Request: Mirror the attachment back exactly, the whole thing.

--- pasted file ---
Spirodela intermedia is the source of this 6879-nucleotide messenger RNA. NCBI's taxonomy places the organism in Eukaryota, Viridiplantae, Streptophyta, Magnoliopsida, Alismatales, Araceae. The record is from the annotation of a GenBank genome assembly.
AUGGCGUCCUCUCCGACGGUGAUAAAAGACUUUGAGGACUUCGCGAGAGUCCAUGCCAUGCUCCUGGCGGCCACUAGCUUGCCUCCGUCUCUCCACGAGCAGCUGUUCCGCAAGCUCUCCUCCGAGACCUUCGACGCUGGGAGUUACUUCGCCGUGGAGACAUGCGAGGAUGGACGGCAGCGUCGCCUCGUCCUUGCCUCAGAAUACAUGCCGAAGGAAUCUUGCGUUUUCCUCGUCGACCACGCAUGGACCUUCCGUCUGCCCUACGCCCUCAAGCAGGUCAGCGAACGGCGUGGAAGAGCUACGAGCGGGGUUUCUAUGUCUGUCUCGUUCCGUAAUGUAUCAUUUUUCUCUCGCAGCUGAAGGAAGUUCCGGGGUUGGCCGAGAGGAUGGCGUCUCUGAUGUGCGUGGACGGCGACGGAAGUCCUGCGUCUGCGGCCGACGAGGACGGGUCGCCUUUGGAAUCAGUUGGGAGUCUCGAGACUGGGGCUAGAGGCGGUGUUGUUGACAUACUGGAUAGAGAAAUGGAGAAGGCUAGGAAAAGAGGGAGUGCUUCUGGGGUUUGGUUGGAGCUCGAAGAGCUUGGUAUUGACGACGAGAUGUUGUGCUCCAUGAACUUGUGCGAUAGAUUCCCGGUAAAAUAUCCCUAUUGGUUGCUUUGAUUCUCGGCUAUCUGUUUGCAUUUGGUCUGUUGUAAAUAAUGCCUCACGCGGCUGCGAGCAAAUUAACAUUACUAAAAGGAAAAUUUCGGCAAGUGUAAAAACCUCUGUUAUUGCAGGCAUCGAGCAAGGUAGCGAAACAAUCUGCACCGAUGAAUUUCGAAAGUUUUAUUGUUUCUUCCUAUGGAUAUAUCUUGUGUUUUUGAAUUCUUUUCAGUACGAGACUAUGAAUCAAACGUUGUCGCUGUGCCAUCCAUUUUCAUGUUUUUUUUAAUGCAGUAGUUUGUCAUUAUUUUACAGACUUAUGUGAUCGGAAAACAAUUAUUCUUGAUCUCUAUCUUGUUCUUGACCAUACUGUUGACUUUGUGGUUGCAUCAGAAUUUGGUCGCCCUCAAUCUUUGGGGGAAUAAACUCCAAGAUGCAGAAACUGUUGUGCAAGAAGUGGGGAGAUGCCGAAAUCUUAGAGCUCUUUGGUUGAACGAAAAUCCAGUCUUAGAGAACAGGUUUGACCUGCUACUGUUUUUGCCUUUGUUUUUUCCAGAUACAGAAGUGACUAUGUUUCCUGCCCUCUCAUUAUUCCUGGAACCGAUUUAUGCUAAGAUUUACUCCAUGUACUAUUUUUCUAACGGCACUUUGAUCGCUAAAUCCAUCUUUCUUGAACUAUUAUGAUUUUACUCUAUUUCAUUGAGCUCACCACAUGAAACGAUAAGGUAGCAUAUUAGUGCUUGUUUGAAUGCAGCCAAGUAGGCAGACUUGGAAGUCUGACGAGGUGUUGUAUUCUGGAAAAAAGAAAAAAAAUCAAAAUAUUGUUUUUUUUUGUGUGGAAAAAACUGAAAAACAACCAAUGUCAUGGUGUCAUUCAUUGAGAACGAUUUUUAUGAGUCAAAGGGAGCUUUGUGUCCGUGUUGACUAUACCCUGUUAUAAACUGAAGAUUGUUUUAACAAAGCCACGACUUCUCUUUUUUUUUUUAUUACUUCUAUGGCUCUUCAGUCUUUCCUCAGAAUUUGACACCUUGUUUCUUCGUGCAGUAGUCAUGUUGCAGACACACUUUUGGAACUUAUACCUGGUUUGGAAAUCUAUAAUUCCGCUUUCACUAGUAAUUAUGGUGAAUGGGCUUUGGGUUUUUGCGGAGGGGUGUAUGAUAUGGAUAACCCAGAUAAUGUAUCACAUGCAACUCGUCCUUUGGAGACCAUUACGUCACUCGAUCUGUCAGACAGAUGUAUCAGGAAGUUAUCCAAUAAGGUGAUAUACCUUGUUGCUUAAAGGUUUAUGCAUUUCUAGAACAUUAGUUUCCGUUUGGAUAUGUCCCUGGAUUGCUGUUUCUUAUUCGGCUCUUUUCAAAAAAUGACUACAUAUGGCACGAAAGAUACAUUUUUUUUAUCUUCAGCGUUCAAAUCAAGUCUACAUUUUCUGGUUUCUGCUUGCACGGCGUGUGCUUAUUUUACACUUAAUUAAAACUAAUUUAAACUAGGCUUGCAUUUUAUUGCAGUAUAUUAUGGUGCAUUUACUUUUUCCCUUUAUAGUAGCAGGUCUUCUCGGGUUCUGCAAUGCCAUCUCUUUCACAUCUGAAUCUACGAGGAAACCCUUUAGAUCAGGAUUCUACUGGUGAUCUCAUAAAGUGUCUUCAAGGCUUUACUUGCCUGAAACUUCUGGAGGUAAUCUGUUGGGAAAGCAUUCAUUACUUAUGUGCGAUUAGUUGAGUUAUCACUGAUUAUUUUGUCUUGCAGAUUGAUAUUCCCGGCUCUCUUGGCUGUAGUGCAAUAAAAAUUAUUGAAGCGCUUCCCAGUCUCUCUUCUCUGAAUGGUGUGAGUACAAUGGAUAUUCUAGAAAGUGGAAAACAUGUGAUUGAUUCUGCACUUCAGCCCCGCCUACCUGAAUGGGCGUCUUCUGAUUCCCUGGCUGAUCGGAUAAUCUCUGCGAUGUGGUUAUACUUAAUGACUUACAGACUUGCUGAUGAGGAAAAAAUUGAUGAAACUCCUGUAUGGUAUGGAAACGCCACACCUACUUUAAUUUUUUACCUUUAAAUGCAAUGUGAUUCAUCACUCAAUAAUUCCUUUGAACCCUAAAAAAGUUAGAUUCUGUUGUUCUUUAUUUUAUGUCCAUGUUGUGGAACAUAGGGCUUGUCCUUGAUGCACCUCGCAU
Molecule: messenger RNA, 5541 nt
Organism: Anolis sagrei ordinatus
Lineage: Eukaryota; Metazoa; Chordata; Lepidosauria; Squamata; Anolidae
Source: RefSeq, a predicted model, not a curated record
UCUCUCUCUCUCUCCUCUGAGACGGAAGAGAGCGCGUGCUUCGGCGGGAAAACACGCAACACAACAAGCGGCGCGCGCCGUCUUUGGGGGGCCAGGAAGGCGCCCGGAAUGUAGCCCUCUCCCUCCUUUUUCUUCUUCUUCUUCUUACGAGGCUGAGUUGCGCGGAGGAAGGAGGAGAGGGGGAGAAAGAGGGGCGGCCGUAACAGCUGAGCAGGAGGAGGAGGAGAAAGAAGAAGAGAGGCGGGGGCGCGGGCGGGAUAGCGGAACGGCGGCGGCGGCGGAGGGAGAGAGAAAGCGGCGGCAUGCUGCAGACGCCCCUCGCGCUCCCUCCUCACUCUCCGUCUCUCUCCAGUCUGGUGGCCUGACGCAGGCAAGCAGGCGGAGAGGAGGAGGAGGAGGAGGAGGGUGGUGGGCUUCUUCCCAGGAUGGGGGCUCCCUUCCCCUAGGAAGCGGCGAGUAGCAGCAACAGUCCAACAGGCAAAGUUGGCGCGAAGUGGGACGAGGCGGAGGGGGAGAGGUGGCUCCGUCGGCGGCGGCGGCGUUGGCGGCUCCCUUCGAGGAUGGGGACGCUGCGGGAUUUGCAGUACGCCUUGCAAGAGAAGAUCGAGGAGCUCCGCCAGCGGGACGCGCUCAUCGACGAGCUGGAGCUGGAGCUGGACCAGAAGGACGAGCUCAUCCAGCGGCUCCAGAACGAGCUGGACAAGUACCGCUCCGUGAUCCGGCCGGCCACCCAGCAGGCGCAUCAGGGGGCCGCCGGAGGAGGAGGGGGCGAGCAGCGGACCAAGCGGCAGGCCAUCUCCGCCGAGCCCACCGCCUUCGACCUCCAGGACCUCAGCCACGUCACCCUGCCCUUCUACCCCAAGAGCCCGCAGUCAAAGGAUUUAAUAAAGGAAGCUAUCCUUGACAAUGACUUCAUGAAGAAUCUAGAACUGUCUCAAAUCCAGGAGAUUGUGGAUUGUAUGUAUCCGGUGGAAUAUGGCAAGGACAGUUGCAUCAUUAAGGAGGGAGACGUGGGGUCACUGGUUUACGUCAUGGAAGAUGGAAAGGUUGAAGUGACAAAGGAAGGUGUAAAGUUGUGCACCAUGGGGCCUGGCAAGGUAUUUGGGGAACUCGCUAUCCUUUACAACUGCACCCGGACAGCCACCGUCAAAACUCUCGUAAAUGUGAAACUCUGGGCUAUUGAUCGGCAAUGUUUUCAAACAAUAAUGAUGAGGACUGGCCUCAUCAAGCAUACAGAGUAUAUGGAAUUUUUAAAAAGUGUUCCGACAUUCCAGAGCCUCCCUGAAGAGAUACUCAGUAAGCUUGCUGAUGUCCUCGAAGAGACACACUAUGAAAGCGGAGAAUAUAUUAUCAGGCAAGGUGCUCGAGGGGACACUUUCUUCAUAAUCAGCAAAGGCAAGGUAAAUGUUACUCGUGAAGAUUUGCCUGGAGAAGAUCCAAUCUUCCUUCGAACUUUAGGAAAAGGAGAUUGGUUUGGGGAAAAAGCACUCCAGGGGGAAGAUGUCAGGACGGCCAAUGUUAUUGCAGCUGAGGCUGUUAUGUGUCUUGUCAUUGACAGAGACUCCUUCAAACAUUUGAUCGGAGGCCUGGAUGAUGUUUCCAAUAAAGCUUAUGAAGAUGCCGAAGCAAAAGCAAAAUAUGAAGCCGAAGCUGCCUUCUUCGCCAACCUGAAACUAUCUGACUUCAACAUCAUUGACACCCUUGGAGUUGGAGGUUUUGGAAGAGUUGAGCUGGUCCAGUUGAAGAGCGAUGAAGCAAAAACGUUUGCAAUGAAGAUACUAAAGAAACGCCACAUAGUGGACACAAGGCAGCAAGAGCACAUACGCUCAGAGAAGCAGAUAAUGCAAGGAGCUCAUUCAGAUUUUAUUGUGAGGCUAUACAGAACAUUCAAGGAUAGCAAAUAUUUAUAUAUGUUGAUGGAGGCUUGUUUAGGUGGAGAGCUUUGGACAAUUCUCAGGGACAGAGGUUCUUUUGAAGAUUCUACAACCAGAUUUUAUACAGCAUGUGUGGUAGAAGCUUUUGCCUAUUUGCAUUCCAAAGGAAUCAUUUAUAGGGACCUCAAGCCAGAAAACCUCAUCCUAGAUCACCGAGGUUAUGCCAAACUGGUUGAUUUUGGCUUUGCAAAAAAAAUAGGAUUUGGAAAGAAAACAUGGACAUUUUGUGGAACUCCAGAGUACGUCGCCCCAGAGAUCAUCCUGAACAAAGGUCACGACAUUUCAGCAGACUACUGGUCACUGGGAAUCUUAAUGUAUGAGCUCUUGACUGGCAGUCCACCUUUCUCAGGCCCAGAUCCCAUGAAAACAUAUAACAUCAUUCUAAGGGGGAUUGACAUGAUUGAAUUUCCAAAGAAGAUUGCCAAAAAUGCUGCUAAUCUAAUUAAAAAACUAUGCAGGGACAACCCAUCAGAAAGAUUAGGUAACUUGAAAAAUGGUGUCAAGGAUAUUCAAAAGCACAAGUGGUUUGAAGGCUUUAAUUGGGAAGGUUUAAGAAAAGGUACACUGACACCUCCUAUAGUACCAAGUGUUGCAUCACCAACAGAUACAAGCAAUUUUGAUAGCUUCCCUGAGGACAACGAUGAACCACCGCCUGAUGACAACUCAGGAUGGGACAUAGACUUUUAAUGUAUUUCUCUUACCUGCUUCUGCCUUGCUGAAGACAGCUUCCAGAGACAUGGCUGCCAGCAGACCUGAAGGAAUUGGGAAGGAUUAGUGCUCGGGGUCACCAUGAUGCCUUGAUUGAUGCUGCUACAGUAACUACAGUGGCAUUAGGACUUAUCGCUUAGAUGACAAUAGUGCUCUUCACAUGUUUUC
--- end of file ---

Spirodela intermedia is the source of this 6879-nucleotide messenger RNA. NCBI's taxonomy places the organism in Eukaryota, Viridiplantae, Streptophyta, Magnoliopsida, Alismatales, Araceae. The record is from the annotation of a GenBank genome assembly.
AUGGCGUCCUCUCCGACGGUGAUAAAAGACUUUGAGGACUUCGCGAGAGUCCAUGCCAUGCUCCUGGCGGCCACUAGCUUGCCUCCGUCUCUCCACGAGCAGCUGUUCCGCAAGCUCUCCUCCGAGACCUUCGACGCUGGGAGUUACUUCGCCGUGGAGACAUGCGAGGAUGGACGGCAGCGUCGCCUCGUCCUUGCCUCAGAAUACAUGCCGAAGGAAUCUUGCGUUUUCCUCGUCGACCACGCAUGGACCUUCCGUCUGCCCUACGCCCUCAAGCAGGUCAGCGAACGGCGUGGAAGAGCUACGAGCGGGGUUUCUAUGUCUGUCUCGUUCCGUAAUGUAUCAUUUUUCUCUCGCAGCUGAAGGAAGUUCCGGGGUUGGCCGAGAGGAUGGCGUCUCUGAUGUGCGUGGACGGCGACGGAAGUCCUGCGUCUGCGGCCGACGAGGACGGGUCGCCUUUGGAAUCAGUUGGGAGUCUCGAGACUGGGGCUAGAGGCGGUGUUGUUGACAUACUGGAUAGAGAAAUGGAGAAGGCUAGGAAAAGAGGGAGUGCUUCUGGGGUUUGGUUGGAGCUCGAAGAGCUUGGUAUUGACGACGAGAUGUUGUGCUCCAUGAACUUGUGCGAUAGAUUCCCGGUAAAAUAUCCCUAUUGGUUGCUUUGAUUCUCGGCUAUCUGUUUGCAUUUGGUCUGUUGUAAAUAAUGCCUCACGCGGCUGCGAGCAAAUUAACAUUACUAAAAGGAAAAUUUCGGCAAGUGUAAAAACCUCUGUUAUUGCAGGCAUCGAGCAAGGUAGCGAAACAAUCUGCACCGAUGAAUUUCGAAAGUUUUAUUGUUUCUUCCUAUGGAUAUAUCUUGUGUUUUUGAAUUCUUUUCAGUACGAGACUAUGAAUCAAACGUUGUCGCUGUGCCAUCCAUUUUCAUGUUUUUUUUAAUGCAGUAGUUUGUCAUUAUUUUACAGACUUAUGUGAUCGGAAAACAAUUAUUCUUGAUCUCUAUCUUGUUCUUGACCAUACUGUUGACUUUGUGGUUGCAUCAGAAUUUGGUCGCCCUCAAUCUUUGGGGGAAUAAACUCCAAGAUGCAGAAACUGUUGUGCAAGAAGUGGGGAGAUGCCGAAAUCUUAGAGCUCUUUGGUUGAACGAAAAUCCAGUCUUAGAGAACAGGUUUGACCUGCUACUGUUUUUGCCUUUGUUUUUUCCAGAUACAGAAGUGACUAUGUUUCCUGCCCUCUCAUUAUUCCUGGAACCGAUUUAUGCUAAGAUUUACUCCAUGUACUAUUUUUCUAACGGCACUUUGAUCGCUAAAUCCAUCUUUCUUGAACUAUUAUGAUUUUACUCUAUUUCAUUGAGCUCACCACAUGAAACGAUAAGGUAGCAUAUUAGUGCUUGUUUGAAUGCAGCCAAGUAGGCAGACUUGGAAGUCUGACGAGGUGUUGUAUUCUGGAAAAAAGAAAAAAAAUCAAAAUAUUGUUUUUUUUUGUGUGGAAAAAACUGAAAAACAACCAAUGUCAUGGUGUCAUUCAUUGAGAACGAUUUUUAUGAGUCAAAGGGAGCUUUGUGUCCGUGUUGACUAUACCCUGUUAUAAACUGAAGAUUGUUUUAACAAAGCCACGACUUCUCUUUUUUUUUUUAUUACUUCUAUGGCUCUUCAGUCUUUCCUCAGAAUUUGACACCUUGUUUCUUCGUGCAGUAGUCAUGUUGCAGACACACUUUUGGAACUUAUACCUGGUUUGGAAAUCUAUAAUUCCGCUUUCACUAGUAAUUAUGGUGAAUGGGCUUUGGGUUUUUGCGGAGGGGUGUAUGAUAUGGAUAACCCAGAUAAUGUAUCACAUGCAACUCGUCCUUUGGAGACCAUUACGUCACUCGAUCUGUCAGACAGAUGUAUCAGGAAGUUAUCCAAUAAGGUGAUAUACCUUGUUGCUUAAAGGUUUAUGCAUUUCUAGAACAUUAGUUUCCGUUUGGAUAUGUCCCUGGAUUGCUGUUUCUUAUUCGGCUCUUUUCAAAAAAUGACUACAUAUGGCACGAAAGAUACAUUUUUUUUAUCUUCAGCGUUCAAAUCAAGUCUACAUUUUCUGGUUUCUGCUUGCACGGCGUGUGCUUAUUUUACACUUAAUUAAAACUAAUUUAAACUAGGCUUGCAUUUUAUUGCAGUAUAUUAUGGUGCAUUUACUUUUUCCCUUUAUAGUAGCAGGUCUUCUCGGGUUCUGCAAUGCCAUCUCUUUCACAUCUGAAUCUACGAGGAAACCCUUUAGAUCAGGAUUCUACUGGUGAUCUCAUAAAGUGUCUUCAAGGCUUUACUUGCCUGAAACUUCUGGAGGUAAUCUGUUGGGAAAGCAUUCAUUACUUAUGUGCGAUUAGUUGAGUUAUCACUGAUUAUUUUGUCUUGCAGAUUGAUAUUCCCGGCUCUCUUGGCUGUAGUGCAAUAAAAAUUAUUGAAGCGCUUCCCAGUCUCUCUUCUCUGAAUGGUGUGAGUACAAUGGAUAUUCUAGAAAGUGGAAAACAUGUGAUUGAUUCUGCACUUCAGCCCCGCCUACCUGAAUGGGCGUCUUCUGAUUCCCUGGCUGAUCGGAUAAUCUCUGCGAUGUGGUUAUACUUAAUGACUUACAGACUUGCUGAUGAGGAAAAAAUUGAUGAAACUCCUGUAUGGUAUGGAAACGCCACACCUACUUUAAUUUUUUACCUUUAAAUGCAAUGUGAUUCAUCACUCAAUAAUUCCUUUGAACCCUAAAAAAGUUAGAUUCUGUUGUUCUUUAUUUUAUGUCCAUGUUGUGGAACAUAGGGCUUGUCCUUGAUGCACCUCGCAU
Molecule: messenger RNA, 5541 nt
Organism: Anolis sagrei ordinatus
Lineage: Eukaryota; Metazoa; Chordata; Lepidosauria; Squamata; Anolidae
Source: RefSeq, a predicted model, not a curated record
UCUCUCUCUCUCUCCUCUGAGACGGAAGAGAGCGCGUGCUUCGGCGGGAAAACACGCAACACAACAAGCGGCGCGCGCCGUCUUUGGGGGGCCAGGAAGGCGCCCGGAAUGUAGCCCUCUCCCUCCUUUUUCUUCUUCUUCUUCUUACGAGGCUGAGUUGCGCGGAGGAAGGAGGAGAGGGGGAGAAAGAGGGGCGGCCGUAACAGCUGAGCAGGAGGAGGAGGAGAAAGAAGAAGAGAGGCGGGGGCGCGGGCGGGAUAGCGGAACGGCGGCGGCGGCGGAGGGAGAGAGAAAGCGGCGGCAUGCUGCAGACGCCCCUCGCGCUCCCUCCUCACUCUCCGUCUCUCUCCAGUCUGGUGGCCUGACGCAGGCAAGCAGGCGGAGAGGAGGAGGAGGAGGAGGAGGGUGGUGGGCUUCUUCCCAGGAUGGGGGCUCCCUUCCCCUAGGAAGCGGCGAGUAGCAGCAACAGUCCAACAGGCAAAGUUGGCGCGAAGUGGGACGAGGCGGAGGGGGAGAGGUGGCUCCGUCGGCGGCGGCGGCGUUGGCGGCUCCCUUCGAGGAUGGGGACGCUGCGGGAUUUGCAGUACGCCUUGCAAGAGAAGAUCGAGGAGCUCCGCCAGCGGGACGCGCUCAUCGACGAGCUGGAGCUGGAGCUGGACCAGAAGGACGAGCUCAUCCAGCGGCUCCAGAACGAGCUGGACAAGUACCGCUCCGUGAUCCGGCCGGCCACCCAGCAGGCGCAUCAGGGGGCCGCCGGAGGAGGAGGGGGCGAGCAGCGGACCAAGCGGCAGGCCAUCUCCGCCGAGCCCACCGCCUUCGACCUCCAGGACCUCAGCCACGUCACCCUGCCCUUCUACCCCAAGAGCCCGCAGUCAAAGGAUUUAAUAAAGGAAGCUAUCCUUGACAAUGACUUCAUGAAGAAUCUAGAACUGUCUCAAAUCCAGGAGAUUGUGGAUUGUAUGUAUCCGGUGGAAUAUGGCAAGGACAGUUGCAUCAUUAAGGAGGGAGACGUGGGGUCACUGGUUUACGUCAUGGAAGAUGGAAAGGUUGAAGUGACAAAGGAAGGUGUAAAGUUGUGCACCAUGGGGCCUGGCAAGGUAUUUGGGGAACUCGCUAUCCUUUACAACUGCACCCGGACAGCCACCGUCAAAACUCUCGUAAAUGUGAAACUCUGGGCUAUUGAUCGGCAAUGUUUUCAAACAAUAAUGAUGAGGACUGGCCUCAUCAAGCAUACAGAGUAUAUGGAAUUUUUAAAAAGUGUUCCGACAUUCCAGAGCCUCCCUGAAGAGAUACUCAGUAAGCUUGCUGAUGUCCUCGAAGAGACACACUAUGAAAGCGGAGAAUAUAUUAUCAGGCAAGGUGCUCGAGGGGACACUUUCUUCAUAAUCAGCAAAGGCAAGGUAAAUGUUACUCGUGAAGAUUUGCCUGGAGAAGAUCCAAUCUUCCUUCGAACUUUAGGAAAAGGAGAUUGGUUUGGGGAAAAAGCACUCCAGGGGGAAGAUGUCAGGACGGCCAAUGUUAUUGCAGCUGAGGCUGUUAUGUGUCUUGUCAUUGACAGAGACUCCUUCAAACAUUUGAUCGGAGGCCUGGAUGAUGUUUCCAAUAAAGCUUAUGAAGAUGCCGAAGCAAAAGCAAAAUAUGAAGCCGAAGCUGCCUUCUUCGCCAACCUGAAACUAUCUGACUUCAACAUCAUUGACACCCUUGGAGUUGGAGGUUUUGGAAGAGUUGAGCUGGUCCAGUUGAAGAGCGAUGAAGCAAAAACGUUUGCAAUGAAGAUACUAAAGAAACGCCACAUAGUGGACACAAGGCAGCAAGAGCACAUACGCUCAGAGAAGCAGAUAAUGCAAGGAGCUCAUUCAGAUUUUAUUGUGAGGCUAUACAGAACAUUCAAGGAUAGCAAAUAUUUAUAUAUGUUGAUGGAGGCUUGUUUAGGUGGAGAGCUUUGGACAAUUCUCAGGGACAGAGGUUCUUUUGAAGAUUCUACAACCAGAUUUUAUACAGCAUGUGUGGUAGAAGCUUUUGCCUAUUUGCAUUCCAAAGGAAUCAUUUAUAGGGACCUCAAGCCAGAAAACCUCAUCCUAGAUCACCGAGGUUAUGCCAAACUGGUUGAUUUUGGCUUUGCAAAAAAAAUAGGAUUUGGAAAGAAAACAUGGACAUUUUGUGGAACUCCAGAGUACGUCGCCCCAGAGAUCAUCCUGAACAAAGGUCACGACAUUUCAGCAGACUACUGGUCACUGGGAAUCUUAAUGUAUGAGCUCUUGACUGGCAGUCCACCUUUCUCAGGCCCAGAUCCCAUGAAAACAUAUAACAUCAUUCUAAGGGGGAUUGACAUGAUUGAAUUUCCAAAGAAGAUUGCCAAAAAUGCUGCUAAUCUAAUUAAAAAACUAUGCAGGGACAACCCAUCAGAAAGAUUAGGUAACUUGAAAAAUGGUGUCAAGGAUAUUCAAAAGCACAAGUGGUUUGAAGGCUUUAAUUGGGAAGGUUUAAGAAAAGGUACACUGACACCUCCUAUAGUACCAAGUGUUGCAUCACCAACAGAUACAAGCAAUUUUGAUAGCUUCCCUGAGGACAACGAUGAACCACCGCCUGAUGACAACUCAGGAUGGGACAUAGACUUUUAAUGUAUUUCUCUUACCUGCUUCUGCCUUGCUGAAGACAGCUUCCAGAGACAUGGCUGCCAGCAGACCUGAAGGAAUUGGGAAGGAUUAGUGCUCGGGGUCACCAUGAUGCCUUGAUUGAUGCUGCUACAGUAACUACAGUGGCAUUAGGACUUAUCGCUUAGAUGACAAUAGUGCUCUUCACAUGUUUUC